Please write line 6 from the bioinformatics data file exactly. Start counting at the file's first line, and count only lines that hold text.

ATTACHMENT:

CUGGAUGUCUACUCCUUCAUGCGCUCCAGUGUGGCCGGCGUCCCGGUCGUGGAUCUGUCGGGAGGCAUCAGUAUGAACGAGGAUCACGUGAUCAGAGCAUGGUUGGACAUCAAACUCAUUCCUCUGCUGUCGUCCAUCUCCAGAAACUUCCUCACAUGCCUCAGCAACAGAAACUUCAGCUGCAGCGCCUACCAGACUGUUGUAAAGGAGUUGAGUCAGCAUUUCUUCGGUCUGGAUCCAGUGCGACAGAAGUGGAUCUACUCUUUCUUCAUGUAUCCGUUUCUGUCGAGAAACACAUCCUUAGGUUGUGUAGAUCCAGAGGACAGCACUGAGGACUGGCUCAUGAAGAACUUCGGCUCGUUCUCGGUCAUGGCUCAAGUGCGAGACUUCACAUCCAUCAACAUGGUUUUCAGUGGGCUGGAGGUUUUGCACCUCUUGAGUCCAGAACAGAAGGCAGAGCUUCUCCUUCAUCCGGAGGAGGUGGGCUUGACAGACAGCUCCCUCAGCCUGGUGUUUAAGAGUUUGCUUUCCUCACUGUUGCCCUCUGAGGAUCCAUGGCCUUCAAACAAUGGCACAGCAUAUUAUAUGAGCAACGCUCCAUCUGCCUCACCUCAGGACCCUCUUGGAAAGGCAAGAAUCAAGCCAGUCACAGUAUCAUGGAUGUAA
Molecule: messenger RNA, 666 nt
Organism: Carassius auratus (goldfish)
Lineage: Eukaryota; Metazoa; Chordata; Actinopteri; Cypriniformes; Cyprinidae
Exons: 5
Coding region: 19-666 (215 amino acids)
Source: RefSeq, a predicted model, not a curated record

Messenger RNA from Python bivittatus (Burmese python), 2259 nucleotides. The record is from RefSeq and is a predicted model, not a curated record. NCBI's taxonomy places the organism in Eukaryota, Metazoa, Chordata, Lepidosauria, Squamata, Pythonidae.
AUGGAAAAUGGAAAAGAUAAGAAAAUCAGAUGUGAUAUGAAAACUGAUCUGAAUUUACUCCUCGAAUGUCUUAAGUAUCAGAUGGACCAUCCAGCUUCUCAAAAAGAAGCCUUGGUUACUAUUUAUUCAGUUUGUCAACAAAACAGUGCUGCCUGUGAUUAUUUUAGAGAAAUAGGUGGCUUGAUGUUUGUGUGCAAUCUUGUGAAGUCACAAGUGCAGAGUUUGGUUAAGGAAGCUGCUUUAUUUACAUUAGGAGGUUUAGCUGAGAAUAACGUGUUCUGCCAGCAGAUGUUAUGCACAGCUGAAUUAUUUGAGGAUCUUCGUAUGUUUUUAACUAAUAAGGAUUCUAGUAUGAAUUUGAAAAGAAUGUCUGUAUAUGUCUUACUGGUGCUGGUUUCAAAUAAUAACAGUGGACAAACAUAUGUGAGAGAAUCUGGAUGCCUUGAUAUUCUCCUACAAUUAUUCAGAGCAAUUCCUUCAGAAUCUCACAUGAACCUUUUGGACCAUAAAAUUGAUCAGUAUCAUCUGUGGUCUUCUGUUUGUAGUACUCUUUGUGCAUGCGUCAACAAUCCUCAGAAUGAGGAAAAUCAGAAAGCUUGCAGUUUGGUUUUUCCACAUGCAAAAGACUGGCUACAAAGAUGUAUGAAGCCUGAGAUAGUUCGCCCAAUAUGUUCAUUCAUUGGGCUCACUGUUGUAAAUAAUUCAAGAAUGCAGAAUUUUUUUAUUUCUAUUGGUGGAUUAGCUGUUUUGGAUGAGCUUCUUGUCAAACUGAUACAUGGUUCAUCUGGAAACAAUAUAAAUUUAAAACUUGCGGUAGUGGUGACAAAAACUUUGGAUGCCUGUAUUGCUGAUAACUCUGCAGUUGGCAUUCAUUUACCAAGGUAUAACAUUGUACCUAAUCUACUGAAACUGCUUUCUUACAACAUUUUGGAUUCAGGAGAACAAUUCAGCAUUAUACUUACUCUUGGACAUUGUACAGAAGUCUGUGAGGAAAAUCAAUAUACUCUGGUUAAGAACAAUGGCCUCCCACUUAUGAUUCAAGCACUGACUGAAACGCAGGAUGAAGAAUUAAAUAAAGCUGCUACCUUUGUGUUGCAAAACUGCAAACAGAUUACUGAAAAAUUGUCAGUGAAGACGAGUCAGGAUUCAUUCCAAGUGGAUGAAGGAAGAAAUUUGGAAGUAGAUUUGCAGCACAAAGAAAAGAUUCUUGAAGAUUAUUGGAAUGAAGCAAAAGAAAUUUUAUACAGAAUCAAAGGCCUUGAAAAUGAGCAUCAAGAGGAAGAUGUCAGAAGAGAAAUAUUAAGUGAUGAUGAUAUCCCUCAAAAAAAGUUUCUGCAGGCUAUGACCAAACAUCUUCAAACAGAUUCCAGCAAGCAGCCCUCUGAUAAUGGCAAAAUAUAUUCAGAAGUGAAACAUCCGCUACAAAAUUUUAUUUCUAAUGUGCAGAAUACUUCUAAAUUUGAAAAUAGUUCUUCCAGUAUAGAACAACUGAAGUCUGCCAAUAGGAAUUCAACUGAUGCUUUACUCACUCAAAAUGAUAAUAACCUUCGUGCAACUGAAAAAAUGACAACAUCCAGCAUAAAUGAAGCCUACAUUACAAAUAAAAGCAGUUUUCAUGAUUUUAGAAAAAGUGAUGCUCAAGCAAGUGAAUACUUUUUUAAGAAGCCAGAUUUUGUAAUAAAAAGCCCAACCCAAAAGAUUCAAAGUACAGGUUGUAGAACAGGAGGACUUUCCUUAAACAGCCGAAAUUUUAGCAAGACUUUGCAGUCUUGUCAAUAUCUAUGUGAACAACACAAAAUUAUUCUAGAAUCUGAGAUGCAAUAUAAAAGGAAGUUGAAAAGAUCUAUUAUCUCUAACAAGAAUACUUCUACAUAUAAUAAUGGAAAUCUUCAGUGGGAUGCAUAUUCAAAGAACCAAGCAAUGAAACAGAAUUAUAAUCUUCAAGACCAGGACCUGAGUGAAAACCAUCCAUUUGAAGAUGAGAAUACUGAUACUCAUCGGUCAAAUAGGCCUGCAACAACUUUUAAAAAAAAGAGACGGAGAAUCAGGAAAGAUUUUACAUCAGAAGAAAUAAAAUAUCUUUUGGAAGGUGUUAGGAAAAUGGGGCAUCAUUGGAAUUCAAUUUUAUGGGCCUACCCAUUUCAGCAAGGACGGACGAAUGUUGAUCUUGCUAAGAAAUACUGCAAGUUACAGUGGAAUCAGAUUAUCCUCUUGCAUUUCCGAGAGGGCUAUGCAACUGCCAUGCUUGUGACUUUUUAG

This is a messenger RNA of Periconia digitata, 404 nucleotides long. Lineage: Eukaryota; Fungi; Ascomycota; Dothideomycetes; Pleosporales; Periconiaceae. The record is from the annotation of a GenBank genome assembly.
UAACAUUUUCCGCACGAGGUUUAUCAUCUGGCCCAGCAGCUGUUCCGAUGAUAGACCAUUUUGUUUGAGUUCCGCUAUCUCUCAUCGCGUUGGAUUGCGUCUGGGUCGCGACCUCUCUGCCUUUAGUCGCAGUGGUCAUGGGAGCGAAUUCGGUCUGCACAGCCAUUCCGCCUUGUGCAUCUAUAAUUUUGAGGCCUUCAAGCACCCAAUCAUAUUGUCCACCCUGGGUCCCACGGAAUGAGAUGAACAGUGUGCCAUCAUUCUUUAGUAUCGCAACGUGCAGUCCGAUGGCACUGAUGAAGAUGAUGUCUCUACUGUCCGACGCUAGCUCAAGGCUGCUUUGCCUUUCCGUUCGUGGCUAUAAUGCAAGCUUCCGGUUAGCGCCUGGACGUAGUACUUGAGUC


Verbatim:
Coding region: 19-666 (215 amino acids)